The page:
Integrating the Transportation Network Through Energy Credits

» Commuters on bikes could aid in filling up the electricity grid, and get free transport tickets in exchange.

As bike sharing becomes more and more popular in cities around the world, innovations in technology may make the systems a vital element of the urban landscape. Indeed, rather than simply a mobility tool, biking could become a power source — at least according to industrial designer Chi-Yu Chen, working at the Royal College of Art.

Mr. Chen’s bike design is innovative even as it uses standard technologies. By adding batteries to bikes and incorporating a dynamo in the wheel, the vehicles become mobile power stations, with electricity being created as commuters turn the wheels and apply power to the brakes. When cyclists return bikes to a station as part of a public rental scheme, the batteries would empty out their charge, moving the power into the general

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Bixi Close to Launching First Ambitious North American Bike-Share in Montréal

3,000 bikes, 300 stations will grace the streets of Canada’s second biggest city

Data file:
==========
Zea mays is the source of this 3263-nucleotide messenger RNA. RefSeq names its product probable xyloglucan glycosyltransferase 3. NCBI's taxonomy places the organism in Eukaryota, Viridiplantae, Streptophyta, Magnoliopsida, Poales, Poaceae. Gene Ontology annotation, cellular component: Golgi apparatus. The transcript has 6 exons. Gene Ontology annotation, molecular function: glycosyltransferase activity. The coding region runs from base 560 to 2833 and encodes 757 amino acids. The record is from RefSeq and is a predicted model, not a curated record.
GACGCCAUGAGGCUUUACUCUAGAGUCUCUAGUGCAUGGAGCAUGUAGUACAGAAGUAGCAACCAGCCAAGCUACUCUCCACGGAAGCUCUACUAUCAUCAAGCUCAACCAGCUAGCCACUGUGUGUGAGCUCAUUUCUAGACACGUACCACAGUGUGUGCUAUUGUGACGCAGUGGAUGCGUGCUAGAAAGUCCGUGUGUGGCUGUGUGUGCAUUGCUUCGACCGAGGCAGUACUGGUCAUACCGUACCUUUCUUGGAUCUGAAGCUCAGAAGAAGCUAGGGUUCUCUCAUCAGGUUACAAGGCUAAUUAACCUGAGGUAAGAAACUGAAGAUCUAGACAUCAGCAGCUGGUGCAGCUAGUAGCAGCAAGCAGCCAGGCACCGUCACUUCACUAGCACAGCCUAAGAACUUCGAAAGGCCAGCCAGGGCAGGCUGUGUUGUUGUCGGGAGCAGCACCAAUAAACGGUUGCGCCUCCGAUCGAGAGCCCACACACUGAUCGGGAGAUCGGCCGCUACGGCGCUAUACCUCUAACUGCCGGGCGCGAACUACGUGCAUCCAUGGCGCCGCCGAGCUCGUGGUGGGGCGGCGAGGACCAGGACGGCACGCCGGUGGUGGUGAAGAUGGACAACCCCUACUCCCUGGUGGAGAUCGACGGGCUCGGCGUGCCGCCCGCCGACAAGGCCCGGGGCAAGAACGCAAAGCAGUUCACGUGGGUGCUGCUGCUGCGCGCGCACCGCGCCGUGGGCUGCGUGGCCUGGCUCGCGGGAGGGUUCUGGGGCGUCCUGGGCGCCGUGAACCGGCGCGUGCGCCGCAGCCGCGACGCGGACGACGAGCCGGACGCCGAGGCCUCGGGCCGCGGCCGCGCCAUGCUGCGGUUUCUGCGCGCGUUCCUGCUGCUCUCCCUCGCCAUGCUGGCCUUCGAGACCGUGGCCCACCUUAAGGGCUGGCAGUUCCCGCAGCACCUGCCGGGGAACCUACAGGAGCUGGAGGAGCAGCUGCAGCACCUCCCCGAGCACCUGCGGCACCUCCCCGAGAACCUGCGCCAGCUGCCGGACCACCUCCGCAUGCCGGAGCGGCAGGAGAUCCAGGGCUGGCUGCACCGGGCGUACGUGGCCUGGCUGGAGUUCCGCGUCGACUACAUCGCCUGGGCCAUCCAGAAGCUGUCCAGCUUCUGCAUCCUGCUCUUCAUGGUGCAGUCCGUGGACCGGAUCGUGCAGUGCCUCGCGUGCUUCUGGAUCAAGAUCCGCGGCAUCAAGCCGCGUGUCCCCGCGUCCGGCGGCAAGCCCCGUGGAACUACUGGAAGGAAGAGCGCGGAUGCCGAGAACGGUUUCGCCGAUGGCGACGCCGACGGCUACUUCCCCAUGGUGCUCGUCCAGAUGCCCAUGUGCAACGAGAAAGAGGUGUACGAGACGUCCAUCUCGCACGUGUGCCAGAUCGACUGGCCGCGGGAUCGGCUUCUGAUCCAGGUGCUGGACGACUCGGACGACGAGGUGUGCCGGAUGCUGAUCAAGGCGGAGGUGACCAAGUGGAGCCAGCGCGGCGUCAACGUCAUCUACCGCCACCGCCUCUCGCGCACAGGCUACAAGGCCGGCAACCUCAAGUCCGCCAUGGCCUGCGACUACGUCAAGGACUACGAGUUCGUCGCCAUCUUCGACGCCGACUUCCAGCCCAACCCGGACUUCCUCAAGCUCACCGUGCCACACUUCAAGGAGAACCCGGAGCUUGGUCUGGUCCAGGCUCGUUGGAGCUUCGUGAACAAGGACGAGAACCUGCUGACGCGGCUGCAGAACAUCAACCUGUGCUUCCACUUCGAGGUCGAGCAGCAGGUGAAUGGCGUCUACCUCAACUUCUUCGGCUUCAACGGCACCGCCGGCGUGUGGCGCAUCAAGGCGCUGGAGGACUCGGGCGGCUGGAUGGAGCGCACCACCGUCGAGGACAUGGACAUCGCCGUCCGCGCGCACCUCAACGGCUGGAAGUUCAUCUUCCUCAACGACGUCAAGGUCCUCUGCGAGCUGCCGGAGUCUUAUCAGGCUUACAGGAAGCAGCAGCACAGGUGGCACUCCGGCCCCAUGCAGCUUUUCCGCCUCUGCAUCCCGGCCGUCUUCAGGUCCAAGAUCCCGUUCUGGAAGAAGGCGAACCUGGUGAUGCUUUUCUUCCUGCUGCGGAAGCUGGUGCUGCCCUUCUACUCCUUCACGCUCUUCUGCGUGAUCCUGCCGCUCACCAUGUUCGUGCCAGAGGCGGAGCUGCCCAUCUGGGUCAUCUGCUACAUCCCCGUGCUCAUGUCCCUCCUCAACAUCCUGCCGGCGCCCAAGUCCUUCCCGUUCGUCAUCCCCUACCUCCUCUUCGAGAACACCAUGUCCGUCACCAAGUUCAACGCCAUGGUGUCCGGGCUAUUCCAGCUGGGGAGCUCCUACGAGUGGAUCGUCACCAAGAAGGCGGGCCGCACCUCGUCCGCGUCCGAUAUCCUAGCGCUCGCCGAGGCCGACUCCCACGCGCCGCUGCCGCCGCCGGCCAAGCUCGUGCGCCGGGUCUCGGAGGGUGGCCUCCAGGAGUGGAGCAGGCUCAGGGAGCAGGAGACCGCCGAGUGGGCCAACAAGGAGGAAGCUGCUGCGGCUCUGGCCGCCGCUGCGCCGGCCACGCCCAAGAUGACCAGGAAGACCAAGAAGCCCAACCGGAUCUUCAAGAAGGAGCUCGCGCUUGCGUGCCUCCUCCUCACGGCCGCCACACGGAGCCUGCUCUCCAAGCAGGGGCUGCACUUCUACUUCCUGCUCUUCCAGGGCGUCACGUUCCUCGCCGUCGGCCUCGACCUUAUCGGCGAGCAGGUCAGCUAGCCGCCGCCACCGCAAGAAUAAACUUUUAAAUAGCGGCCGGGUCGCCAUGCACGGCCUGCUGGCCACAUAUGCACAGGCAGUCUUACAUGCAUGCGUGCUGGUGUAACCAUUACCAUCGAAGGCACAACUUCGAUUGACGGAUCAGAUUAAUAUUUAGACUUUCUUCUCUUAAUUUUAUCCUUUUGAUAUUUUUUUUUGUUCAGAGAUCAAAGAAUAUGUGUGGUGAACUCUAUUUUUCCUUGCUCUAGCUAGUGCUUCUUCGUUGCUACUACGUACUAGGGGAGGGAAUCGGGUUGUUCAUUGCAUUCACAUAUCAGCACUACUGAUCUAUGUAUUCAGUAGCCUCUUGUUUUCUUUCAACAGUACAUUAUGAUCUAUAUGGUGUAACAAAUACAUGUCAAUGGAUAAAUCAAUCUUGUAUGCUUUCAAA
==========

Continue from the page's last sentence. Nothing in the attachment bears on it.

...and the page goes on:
Montréal, eager to promote itself as one of the continent’s most important cities, looked to Paris rather than modesty when developing its Bixi bike-sharing plan, which it will launch early in May. The service, which will begin with stations in the core of the city and close during winter months, will offer 3,000 bikes and 300 stations, putting it at a similar scale as Barcelona’s Bicing program, though still far smaller than Paris’ enormous 20,000-bike Vélib’. Like the latter project, though, Montréal has plans to expand into the neighboring areas, eventually much of the city. Check out the service’s stations page to note the number and density of stations in the system’s core area.

No U.S. city has yet to make such an ambitious commitment to bike sharing, a concept that has proven quite successful

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Serving the Bike/Transit Commuter

How can we best facilitate transit service for those who arrive or depart on bikes?

Portland’s Tri-Met transit agency announced yesterday that it would spend $1 million of its stimulus funds on improving the region’s bike facilities near transit stations. The agency will invest in two major bike garages, such as that pictured here, as well as improving the existing bike stations throughout the system. Tri-Met will also apply for $1.7 million of funds from the Oregon Department of Transportation for another five bike garages.

Portland isn’t alone in attempting to find ways to improve the commute for bike enthusiasts: Salt Lake City will build a new bike station downtown; last year, Washington announced its intention to create a large bike center just outside of Union Station.

These improved bike storage locations go beyond the rudimentary street bulb-outs and u-rack parking that New York City, for instance, has

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The Site / The Fight

by Yonah Freemark

yfreemark (at) thetransportpolitic (dot) com

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